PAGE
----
As it Happened: Disruptive Quality Winter Program– January 31, 2019
As our Disruptive Quality class crossed the places and stories of Italian manufacturing entrepreneurs that every day strive to offer the world the best products in their industries, a quote by Aristotle kept being brought up. Whether in Ferrari’s sparkling wine cellars or at Biasetto’s pastry laboratory, the Italian entrepreneurs pointed out Aristotle’s words, “We are what we repeatedly do. Excellence, then, is not an act, but a habit.”
For us at Italia Innovation, this echo of Greek philosophy was really captivating as we went about our humanistic exploration. It was not just a beautiful way to express how great Italian creators and entrepreneurs operate, but also an opportunity for us to better understand the value of the program as a moment for deep conversations that lead us to finding where to make shifts in the manufacturing sector to create positive change.
In fact, even though we are a future-facing organization, we do see great value in what we can learn from the past. Looking to the ancient Greeks, we understand the power questions and conversations hold. This is why we developed our programs in a way where discourse is the means to build a meaningful way forward.
In conversation with Angelo Nani, Plant Director at Domori Chocolate
During the Disruptive Quality program, the participants embarked on a collective inquiry into manufacturing quality that is disruptive. Riccardo Illy, revolutionary food entrepreneur and civil servant, began the program by introducing his concept of disruptive quality, a concept he has developed along his entrepreneurial path. Then to bridge theory and practice, he guided the students through visits to companies that embody the principles of disruptive quality. We visited Domori’s factory, a chocolate maker that processes the finest and most rare cocoa varieties enhancing their intrinsic aromatic notes; Ferrari winery, a family-owned and family-run company that creates Italy’s sparkling wine par excellence; Lanificio Calamai, a wool recycling plant that partners with leading brands to promote a circular economy on wool; Marzotto, a textile manufacture that gave life to a whole village by building social institutions around the factory for its community; Biasetto, one of Italy’s master bakers who transforms and enhances raw materials through a unique and superior artisanal processing.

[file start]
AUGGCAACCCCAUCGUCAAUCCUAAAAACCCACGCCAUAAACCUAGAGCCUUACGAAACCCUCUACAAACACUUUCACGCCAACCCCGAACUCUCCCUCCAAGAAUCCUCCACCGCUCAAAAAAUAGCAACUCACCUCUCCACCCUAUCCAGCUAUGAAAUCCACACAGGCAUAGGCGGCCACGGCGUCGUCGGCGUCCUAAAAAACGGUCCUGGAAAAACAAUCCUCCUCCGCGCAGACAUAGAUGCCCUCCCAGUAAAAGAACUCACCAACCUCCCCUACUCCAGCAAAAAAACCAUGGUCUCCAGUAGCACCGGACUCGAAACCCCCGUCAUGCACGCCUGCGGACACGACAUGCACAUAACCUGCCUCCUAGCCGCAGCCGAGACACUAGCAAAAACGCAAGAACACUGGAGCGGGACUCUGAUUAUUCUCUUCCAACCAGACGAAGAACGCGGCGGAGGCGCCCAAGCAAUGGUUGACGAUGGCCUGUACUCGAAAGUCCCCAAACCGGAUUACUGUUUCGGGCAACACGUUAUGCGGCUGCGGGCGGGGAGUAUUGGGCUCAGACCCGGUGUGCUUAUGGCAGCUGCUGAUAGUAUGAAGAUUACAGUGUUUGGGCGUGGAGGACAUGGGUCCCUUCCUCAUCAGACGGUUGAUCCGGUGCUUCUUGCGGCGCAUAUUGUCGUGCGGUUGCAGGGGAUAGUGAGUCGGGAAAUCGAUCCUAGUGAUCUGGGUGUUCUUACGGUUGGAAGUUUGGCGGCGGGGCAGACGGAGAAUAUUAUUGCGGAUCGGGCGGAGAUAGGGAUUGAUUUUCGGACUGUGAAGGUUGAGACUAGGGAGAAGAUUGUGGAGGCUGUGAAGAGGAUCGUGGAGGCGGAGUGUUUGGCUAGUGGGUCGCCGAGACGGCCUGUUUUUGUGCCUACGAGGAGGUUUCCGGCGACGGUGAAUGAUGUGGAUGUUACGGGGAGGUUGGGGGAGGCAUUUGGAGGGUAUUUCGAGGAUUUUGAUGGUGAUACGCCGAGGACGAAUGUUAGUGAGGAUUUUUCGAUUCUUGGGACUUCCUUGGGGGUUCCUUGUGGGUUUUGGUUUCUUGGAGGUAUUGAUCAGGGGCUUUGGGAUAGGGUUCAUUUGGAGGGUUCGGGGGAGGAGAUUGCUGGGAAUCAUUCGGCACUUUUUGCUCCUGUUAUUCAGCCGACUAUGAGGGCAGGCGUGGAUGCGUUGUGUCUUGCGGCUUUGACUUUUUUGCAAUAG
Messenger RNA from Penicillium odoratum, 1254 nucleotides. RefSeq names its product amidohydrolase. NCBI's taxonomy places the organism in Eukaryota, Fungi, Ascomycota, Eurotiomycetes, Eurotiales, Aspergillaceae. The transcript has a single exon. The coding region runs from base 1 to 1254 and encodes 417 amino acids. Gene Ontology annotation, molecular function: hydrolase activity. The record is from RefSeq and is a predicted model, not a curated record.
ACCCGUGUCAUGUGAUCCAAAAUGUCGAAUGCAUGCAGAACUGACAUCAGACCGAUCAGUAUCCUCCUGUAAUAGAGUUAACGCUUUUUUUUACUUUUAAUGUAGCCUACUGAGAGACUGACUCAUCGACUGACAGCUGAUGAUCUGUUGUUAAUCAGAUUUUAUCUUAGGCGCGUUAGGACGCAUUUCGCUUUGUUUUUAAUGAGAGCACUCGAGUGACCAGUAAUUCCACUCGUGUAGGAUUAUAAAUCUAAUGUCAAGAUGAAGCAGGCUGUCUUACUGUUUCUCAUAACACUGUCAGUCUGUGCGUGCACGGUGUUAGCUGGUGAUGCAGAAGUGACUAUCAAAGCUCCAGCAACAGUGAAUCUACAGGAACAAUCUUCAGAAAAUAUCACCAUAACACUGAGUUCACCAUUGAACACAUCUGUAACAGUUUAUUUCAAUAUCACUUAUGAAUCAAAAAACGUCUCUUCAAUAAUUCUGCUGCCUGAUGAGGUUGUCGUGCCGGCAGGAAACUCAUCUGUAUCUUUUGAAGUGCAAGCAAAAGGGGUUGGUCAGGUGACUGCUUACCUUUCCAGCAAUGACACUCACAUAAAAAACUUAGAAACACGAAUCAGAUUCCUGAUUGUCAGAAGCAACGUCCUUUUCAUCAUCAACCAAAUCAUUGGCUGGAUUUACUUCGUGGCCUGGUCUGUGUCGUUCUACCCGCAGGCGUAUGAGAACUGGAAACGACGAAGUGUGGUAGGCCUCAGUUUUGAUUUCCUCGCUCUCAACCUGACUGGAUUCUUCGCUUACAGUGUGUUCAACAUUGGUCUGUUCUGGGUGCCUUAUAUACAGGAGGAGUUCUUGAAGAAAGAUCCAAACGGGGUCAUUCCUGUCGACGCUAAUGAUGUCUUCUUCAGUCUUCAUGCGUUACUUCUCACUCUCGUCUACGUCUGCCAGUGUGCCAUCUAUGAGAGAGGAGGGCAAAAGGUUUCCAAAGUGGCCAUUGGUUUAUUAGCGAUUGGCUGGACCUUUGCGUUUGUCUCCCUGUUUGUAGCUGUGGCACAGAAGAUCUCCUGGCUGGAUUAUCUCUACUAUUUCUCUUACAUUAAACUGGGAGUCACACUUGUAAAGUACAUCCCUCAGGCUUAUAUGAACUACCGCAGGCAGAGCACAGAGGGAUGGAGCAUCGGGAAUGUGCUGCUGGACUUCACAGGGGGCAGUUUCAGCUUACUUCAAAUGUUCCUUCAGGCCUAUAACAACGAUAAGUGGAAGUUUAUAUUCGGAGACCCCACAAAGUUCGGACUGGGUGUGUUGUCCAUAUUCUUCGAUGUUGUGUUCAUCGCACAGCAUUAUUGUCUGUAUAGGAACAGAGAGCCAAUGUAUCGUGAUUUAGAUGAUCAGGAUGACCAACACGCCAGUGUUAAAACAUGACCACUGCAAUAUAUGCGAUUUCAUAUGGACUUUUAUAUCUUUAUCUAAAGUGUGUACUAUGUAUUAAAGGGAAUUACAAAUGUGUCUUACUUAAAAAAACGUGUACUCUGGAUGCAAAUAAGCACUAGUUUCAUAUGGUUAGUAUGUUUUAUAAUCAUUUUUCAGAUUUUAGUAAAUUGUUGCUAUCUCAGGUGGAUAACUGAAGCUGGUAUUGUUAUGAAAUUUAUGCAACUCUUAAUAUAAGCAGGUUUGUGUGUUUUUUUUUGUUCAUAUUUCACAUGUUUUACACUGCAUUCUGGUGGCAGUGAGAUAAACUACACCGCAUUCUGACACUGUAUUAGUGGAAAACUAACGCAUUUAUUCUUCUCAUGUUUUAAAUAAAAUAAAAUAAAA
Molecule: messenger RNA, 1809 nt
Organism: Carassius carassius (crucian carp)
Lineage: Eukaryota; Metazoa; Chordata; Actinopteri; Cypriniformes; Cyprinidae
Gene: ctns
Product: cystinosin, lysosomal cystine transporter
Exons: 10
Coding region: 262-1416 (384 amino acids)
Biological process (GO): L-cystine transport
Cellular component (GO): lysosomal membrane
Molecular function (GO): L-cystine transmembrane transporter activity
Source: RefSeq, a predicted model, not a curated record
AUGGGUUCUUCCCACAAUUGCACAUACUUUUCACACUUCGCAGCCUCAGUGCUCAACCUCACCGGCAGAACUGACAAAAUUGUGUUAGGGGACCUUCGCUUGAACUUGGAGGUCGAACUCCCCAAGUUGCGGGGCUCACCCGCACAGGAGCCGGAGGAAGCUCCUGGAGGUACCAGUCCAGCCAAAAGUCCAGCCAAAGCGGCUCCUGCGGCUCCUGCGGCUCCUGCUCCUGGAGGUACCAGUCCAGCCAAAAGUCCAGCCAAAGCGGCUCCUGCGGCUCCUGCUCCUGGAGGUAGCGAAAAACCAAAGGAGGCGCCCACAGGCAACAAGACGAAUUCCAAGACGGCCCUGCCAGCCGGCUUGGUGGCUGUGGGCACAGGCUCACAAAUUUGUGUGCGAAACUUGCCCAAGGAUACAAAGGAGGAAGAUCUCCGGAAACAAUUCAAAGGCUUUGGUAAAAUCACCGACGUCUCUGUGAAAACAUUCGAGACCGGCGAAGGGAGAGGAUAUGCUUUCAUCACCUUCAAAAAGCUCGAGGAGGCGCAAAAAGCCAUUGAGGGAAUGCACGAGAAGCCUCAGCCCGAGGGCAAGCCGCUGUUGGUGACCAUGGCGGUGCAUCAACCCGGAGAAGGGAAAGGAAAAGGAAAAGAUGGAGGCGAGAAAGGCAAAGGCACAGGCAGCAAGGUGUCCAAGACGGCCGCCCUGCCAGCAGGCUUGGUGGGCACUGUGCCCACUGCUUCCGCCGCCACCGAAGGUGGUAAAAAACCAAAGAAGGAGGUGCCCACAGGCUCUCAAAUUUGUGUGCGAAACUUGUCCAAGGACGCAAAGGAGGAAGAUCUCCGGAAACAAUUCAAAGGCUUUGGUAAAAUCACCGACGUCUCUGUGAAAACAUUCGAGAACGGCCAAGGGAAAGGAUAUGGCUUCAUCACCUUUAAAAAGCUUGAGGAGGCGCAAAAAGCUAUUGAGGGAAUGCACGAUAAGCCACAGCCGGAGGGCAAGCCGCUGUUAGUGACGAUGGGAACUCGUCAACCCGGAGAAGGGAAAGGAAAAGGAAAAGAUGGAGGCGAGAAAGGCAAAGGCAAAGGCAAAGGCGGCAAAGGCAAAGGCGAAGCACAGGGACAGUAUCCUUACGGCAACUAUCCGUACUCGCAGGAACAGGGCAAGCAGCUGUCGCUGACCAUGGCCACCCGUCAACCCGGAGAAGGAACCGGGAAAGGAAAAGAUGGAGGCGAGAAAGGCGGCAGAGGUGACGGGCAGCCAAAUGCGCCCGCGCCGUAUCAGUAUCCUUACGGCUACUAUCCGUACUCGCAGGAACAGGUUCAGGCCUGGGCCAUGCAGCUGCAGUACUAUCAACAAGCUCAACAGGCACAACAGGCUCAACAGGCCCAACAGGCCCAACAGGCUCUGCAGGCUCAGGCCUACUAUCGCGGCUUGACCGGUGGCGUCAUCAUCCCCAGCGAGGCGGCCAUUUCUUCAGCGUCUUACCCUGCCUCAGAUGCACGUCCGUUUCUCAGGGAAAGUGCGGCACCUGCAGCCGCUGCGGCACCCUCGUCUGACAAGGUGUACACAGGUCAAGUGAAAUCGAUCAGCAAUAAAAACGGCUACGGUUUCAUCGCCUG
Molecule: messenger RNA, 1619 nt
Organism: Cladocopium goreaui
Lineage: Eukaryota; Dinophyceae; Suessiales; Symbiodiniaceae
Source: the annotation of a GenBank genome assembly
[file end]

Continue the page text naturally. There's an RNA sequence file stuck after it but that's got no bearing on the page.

While visiting the companies, participants not only witnessed up-close the value creation, but also had the opportunity to hold conversations with company leaders in order to dig deeper into the past, present, and future of these industries.
Visiting Ferrari Spumanti Winery and Cellars
These visits provided the seeds of the participants’ discussions with John Bruce from Parsons School of Design. Through the various design strategy tools he taught, they unpacked large and complex ideas. Biasetto describing his mother yeast as a baby became an inquiry into the extreme care and time necessary to preserve traditions; Fabrizio Servente, Global Strategy Advisor at the Woolmark Company, bringing up the fact that the average garment is used for only 2.5 days became a discussion about the relationship between clothing and identity; Calamai’s explanation of its process to recycle wool was the way to start talking about the role desire plays in shopping.
To conclude the Disruptive Quality program, we chose to privilege the conversation by having the participants present their discussions at the end of the program and walk through the iterative process they engaged in. Each group started with a questions such as “How might we consider the role of the current state of consumption and potential future version of consumption regarding Panettone?” or “How might we consider or convey a sense of quality through functionality and origin or wool?” Through these discourses, the groups came up with product ideas, but not as the ultimate value propositions or the next big ideas. Instead their products were conversation starters, they were provocations for people to start talking about the very things the students discussed during the program. A DIY panettone kit for the home was an invitation to experience the same embodied learning participants had at Biasetto. A shirt that will last 30 days straight without washing is an artifact to consider our deeper relationship with clothes. All were ways to get the conversations started outside the program and into the world.
Learning about the secrets of Mother Yeast
As a learning organization our goal for the programs is for participants to gain a better understanding of how to create value for the future. After five years of program iterations, we see our role more clearly. We believe innovation is not the work of a single great hero or thinker, but a participatory and collective act. We find areas in Italian industries that we believe have great potential, then bring together great minds to ask questions and have deep discussions on the opportunities. We’ve been exploring areas of wool and Italian bakery for some time, and the winter program proves that the more points of view you bring to discuss a topic, the better understanding we all get. As we look to the summer, we can’t wait to take the collective research further by welcoming new students to continue these dialogues and develop new prototypes that will get people talking about ways to build a more conscious future.